If this topic looks like déjà vu… you would not be wrong. I wrote about this topic exactly one year ago today. Of course, this begs the question as to what has changed in the last 12 months. Well… the answer, from a pure technology point of view, is not much. We still see LCD flat panels dominate the display landscape, with some indoor and a lot of outdoor direct view LED coming onto the scene. Interactive kiosks for self-service are rapidly expanding, and beacon technologies are gaining acceptance. So… why the article? The answer is to understand the rationale and customer dynamics behind the technologies, and how a solid digital signage plan should guide a forward-thinking company, accelerate their growth, and help achieve their goals.
Ultimately all digital signage boils down to promoting, enhancing, and facilitating communication, whenever and wherever a viewer might be (and do so in the most effective manner). To reference the classic film “Cool Hand Luke”, the most iconic scene was where the great character actor Strother Martin, playing the chain gang guard, stood above a newly dug pit and with shotgun in hand as he smiled down on the ever-rebellious Luke and said, “What we have here is a failure to communicate”. What happened next was not very pretty, at least for Luke. In a myriad of ways this is a challenge many businesses, especially QSRs, have today. If they fail to communicate properly, some not so pretty things will result. At its core, digital signage is all about consistent and effective communication. It is at its best if this is done to enhance the experience and make that memorable and repeatable.
A few years ago, Joseph Pine and James Gilmore wrote the visionary book, the Experience Economy. In the Harvard Business Review, the authors note that “Economists have typically lumped experiences in with services, but experiences are a distinct economic offering, as different from services as services are from goods. Today we can identify and describe this fourth economic offering because consumers unquestionably desire experiences, and more and more businesses are responding by explicitly designing and promoting them.” The authors write that “Those businesses that relegate themselves to the diminishing world of goods and services will be rendered irrelevant. To avoid this fate, you must learn to stage a rich, compelling experience.” In short, it is no longer about products or services alone, but it is the experience that brings people to the point of making a purchase… and just as importantly, coming back again. Digital signage can and should enhance the experience and act as a behavior modification tool.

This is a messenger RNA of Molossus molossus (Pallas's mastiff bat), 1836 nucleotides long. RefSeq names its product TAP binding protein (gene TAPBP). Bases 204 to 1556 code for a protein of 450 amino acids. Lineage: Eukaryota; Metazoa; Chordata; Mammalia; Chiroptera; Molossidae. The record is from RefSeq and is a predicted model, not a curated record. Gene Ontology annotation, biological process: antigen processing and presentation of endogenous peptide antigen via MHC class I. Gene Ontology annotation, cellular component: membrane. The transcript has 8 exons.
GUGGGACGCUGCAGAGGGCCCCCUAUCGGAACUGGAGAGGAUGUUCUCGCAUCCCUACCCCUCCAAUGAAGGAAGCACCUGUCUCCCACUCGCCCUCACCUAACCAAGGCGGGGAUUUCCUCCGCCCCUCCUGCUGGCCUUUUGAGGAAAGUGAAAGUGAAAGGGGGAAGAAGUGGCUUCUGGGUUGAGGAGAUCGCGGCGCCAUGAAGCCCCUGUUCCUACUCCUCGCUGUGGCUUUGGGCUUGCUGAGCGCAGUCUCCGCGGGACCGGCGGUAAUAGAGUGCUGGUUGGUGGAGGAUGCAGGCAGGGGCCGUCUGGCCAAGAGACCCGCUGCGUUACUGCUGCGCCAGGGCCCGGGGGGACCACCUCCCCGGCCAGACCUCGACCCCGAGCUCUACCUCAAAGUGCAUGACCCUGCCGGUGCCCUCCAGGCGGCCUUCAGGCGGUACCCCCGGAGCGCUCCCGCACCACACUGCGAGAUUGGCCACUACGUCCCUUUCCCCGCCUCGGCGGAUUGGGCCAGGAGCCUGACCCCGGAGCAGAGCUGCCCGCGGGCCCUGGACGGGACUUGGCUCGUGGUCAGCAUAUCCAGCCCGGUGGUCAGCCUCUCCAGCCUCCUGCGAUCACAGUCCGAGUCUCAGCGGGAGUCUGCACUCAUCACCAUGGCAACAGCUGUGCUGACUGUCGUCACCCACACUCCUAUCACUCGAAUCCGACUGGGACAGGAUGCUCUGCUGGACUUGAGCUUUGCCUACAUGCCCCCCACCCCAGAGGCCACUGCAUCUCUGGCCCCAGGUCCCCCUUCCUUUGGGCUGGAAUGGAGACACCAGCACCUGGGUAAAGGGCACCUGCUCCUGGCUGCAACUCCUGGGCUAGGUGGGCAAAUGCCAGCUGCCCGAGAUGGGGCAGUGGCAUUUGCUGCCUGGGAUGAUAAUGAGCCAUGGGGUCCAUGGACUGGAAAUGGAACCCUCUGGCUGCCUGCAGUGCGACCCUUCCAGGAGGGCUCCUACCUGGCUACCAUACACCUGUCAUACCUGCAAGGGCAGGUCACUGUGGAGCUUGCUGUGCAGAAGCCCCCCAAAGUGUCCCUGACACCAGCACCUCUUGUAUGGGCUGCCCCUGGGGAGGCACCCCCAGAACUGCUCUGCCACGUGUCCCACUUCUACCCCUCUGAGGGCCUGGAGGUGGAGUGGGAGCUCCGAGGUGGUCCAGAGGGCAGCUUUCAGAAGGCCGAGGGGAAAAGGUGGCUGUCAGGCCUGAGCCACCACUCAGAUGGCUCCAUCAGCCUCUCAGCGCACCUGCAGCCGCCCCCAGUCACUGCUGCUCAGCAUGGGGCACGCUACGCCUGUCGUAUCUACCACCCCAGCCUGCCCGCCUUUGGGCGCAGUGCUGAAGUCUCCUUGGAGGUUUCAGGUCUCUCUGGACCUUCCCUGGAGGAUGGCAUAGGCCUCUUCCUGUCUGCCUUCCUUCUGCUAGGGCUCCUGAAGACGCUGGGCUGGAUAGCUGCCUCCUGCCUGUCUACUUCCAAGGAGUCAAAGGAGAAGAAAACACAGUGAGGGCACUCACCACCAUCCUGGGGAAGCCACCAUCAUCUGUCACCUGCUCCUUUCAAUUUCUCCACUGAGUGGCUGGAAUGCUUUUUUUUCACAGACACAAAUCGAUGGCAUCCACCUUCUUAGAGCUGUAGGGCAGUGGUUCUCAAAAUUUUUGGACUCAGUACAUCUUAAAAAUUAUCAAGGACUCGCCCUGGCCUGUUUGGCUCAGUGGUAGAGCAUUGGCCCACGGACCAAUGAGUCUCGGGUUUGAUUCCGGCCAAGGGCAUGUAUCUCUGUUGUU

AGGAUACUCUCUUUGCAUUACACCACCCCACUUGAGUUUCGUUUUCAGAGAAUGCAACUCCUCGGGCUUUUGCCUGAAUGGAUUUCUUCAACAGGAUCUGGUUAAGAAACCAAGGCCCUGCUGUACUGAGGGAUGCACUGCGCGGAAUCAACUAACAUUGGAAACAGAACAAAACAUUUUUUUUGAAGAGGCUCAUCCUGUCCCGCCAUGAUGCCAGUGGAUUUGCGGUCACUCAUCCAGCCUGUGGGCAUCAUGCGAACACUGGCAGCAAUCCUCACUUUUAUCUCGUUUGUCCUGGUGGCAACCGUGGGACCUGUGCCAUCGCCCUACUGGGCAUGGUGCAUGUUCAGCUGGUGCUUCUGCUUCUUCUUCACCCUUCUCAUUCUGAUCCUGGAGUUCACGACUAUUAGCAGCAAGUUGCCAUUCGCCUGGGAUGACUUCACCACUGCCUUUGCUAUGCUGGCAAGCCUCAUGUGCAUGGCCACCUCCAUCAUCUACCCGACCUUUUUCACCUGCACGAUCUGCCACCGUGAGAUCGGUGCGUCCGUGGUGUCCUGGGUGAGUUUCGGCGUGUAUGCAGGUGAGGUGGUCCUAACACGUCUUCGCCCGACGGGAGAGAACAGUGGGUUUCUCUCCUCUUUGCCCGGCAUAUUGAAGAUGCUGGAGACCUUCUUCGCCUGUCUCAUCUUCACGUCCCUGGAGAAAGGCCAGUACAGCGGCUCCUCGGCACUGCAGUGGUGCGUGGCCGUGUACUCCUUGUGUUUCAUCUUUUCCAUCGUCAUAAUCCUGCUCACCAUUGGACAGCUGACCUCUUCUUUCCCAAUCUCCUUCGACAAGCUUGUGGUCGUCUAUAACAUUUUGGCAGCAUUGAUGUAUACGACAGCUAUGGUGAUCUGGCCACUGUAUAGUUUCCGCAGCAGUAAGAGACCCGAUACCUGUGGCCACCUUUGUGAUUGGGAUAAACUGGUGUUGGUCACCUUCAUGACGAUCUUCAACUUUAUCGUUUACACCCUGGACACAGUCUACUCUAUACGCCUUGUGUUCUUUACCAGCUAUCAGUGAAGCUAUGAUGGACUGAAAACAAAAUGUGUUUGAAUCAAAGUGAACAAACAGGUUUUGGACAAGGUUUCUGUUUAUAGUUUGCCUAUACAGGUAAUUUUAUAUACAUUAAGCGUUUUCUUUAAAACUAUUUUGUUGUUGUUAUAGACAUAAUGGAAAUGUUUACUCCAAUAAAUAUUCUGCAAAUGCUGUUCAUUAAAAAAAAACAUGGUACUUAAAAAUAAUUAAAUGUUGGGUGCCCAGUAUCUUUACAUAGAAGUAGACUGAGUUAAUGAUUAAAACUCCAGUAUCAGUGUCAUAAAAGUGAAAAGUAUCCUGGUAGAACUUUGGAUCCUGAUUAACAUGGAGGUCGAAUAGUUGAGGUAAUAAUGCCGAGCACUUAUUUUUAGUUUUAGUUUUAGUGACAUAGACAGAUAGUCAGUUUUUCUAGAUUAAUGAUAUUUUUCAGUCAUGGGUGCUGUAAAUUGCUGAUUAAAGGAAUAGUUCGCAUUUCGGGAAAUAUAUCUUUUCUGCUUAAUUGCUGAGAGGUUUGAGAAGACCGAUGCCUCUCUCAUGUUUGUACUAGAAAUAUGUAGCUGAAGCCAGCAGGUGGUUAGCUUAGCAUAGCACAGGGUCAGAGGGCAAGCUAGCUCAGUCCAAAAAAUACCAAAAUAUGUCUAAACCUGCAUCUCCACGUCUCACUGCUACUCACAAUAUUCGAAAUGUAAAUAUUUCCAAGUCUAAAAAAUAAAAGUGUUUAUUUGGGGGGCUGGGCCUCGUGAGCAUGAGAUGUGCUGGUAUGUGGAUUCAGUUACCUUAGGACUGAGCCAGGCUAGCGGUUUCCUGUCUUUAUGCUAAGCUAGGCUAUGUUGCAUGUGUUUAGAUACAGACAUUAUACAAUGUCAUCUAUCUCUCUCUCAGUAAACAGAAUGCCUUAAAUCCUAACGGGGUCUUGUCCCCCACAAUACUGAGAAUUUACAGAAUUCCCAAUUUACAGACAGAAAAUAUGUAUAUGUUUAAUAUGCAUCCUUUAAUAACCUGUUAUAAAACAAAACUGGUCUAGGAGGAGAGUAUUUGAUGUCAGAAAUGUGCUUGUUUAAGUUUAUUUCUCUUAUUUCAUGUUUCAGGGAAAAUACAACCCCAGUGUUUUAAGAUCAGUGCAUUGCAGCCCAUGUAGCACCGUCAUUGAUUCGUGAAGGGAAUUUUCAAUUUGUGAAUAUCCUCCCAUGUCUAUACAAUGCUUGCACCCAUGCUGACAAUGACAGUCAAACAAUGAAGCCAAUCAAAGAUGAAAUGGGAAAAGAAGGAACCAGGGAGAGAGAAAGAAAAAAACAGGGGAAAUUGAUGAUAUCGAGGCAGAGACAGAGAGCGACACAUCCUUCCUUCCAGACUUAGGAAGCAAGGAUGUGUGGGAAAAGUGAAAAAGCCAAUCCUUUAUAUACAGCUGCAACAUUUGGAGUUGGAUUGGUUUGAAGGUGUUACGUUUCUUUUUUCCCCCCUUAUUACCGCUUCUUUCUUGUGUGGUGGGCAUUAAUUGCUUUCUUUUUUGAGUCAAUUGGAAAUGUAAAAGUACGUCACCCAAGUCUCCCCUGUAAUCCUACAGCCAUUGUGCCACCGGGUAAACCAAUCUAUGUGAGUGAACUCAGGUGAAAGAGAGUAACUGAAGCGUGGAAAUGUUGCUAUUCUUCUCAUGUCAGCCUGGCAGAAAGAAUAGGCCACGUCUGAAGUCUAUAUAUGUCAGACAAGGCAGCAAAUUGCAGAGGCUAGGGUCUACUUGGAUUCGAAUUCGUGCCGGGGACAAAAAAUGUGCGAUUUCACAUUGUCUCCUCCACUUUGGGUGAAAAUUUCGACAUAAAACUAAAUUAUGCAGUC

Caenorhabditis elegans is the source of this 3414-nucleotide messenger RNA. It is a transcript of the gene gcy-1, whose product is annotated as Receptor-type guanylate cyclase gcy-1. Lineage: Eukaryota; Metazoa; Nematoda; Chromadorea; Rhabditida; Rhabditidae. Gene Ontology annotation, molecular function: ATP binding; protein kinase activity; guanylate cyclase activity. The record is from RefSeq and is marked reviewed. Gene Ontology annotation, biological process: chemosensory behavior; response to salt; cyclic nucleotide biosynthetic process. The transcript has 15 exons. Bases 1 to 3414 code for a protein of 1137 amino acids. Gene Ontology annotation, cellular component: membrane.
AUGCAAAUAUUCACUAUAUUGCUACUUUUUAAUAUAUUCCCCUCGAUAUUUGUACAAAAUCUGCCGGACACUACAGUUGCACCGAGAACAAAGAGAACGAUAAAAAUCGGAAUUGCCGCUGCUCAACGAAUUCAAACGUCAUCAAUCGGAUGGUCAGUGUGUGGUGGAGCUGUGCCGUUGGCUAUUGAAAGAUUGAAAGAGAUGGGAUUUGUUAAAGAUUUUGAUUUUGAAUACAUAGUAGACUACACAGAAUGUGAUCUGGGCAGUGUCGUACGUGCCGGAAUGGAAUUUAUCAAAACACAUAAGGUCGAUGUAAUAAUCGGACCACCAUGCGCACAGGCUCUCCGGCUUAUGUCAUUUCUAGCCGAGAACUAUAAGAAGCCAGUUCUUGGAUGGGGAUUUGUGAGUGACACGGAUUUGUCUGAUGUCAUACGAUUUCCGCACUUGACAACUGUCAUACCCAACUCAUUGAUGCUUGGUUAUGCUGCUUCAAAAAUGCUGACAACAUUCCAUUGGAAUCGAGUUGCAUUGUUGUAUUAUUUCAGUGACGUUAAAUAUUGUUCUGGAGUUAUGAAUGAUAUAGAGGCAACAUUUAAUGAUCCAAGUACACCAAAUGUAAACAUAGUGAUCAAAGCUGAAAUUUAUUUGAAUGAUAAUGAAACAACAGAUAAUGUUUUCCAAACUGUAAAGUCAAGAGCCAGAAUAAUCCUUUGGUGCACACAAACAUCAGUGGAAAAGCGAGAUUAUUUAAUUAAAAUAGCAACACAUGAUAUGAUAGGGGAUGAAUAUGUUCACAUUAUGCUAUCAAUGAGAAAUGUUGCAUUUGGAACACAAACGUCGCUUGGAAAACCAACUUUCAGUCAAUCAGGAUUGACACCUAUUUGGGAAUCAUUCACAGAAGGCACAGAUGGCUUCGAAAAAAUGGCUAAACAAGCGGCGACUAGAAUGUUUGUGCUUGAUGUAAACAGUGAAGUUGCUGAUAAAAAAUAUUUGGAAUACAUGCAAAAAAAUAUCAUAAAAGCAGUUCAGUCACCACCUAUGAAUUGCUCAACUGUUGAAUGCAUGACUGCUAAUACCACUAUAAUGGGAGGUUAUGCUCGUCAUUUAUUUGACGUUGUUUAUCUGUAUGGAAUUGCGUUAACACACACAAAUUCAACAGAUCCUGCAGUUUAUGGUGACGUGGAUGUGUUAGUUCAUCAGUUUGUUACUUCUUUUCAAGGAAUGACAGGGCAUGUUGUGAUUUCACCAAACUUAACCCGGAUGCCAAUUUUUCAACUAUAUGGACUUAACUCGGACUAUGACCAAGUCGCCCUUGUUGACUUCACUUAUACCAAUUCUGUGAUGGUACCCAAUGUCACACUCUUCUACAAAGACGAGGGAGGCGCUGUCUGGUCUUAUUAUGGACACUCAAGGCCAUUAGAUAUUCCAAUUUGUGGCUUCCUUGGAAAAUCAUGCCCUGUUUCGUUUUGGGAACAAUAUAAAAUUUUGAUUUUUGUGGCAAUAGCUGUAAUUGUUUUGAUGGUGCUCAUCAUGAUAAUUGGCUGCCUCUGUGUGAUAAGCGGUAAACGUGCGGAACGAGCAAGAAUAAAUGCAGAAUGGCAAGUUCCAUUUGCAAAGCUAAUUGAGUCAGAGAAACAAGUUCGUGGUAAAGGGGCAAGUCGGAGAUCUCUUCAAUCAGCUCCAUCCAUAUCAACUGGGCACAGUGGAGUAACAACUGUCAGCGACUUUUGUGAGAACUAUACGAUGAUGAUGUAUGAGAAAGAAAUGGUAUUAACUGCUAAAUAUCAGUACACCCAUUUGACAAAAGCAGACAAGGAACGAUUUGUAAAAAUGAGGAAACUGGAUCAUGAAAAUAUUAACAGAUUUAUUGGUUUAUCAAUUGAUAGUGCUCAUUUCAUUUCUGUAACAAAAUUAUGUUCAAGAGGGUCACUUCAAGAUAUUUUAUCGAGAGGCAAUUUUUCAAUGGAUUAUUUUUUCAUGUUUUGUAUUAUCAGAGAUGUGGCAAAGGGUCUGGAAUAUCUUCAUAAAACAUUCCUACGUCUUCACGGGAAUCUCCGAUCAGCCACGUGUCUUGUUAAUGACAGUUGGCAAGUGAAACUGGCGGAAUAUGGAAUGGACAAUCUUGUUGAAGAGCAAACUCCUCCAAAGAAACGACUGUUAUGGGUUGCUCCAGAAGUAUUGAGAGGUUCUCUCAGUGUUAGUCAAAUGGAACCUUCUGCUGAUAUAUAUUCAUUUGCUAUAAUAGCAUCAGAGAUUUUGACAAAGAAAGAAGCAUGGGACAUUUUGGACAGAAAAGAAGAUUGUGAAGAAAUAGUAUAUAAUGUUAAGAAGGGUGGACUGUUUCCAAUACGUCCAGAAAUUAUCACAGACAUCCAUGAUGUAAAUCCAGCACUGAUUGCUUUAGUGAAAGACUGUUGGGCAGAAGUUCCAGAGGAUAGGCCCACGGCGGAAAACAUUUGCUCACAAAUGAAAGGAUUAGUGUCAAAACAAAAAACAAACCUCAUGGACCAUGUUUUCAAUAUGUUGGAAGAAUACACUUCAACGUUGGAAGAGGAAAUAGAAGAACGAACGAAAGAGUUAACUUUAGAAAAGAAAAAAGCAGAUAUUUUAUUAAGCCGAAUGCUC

The key to the experience is recall, and not simply impression. An impression is noticing a sign or a display, where recall means that impression is remembered. By designing technologies (and what they provide) to fit into the experience expectations of consumers, the result will be positive in nature. If ignored or not done effectively, count that as one lost opportunity. Research shows that >70% of the American population sees digital signage in one form or another each day. According to a recent PJSC Study and Recall Comparison Analysis, it shows that print has a recall range of 9% to 52% (with outdoor slightly higher), TV is 22% to 62% and digital signage is the big winner at 47% to 82%. Even the most math averse among us will agree of the efficacy that digital signage can bring to the table.
Speaking of the bringing things to the table (bad pun!), let’s turn our attention to one of the most robust sub-sections, quick serve restaurants (QSR). With retail in general mired down in an existential battle with ordering online (Amazon, Walmart, etc.), it is the QSR creating that personal relationship with a consumer and their food selection at their favorite eating emporium, that is most interesting. Keep in mind that the common denominator between buying via the internet and getting quick service at a restaurant is convenience and value. Quality should always be a given and never ignored.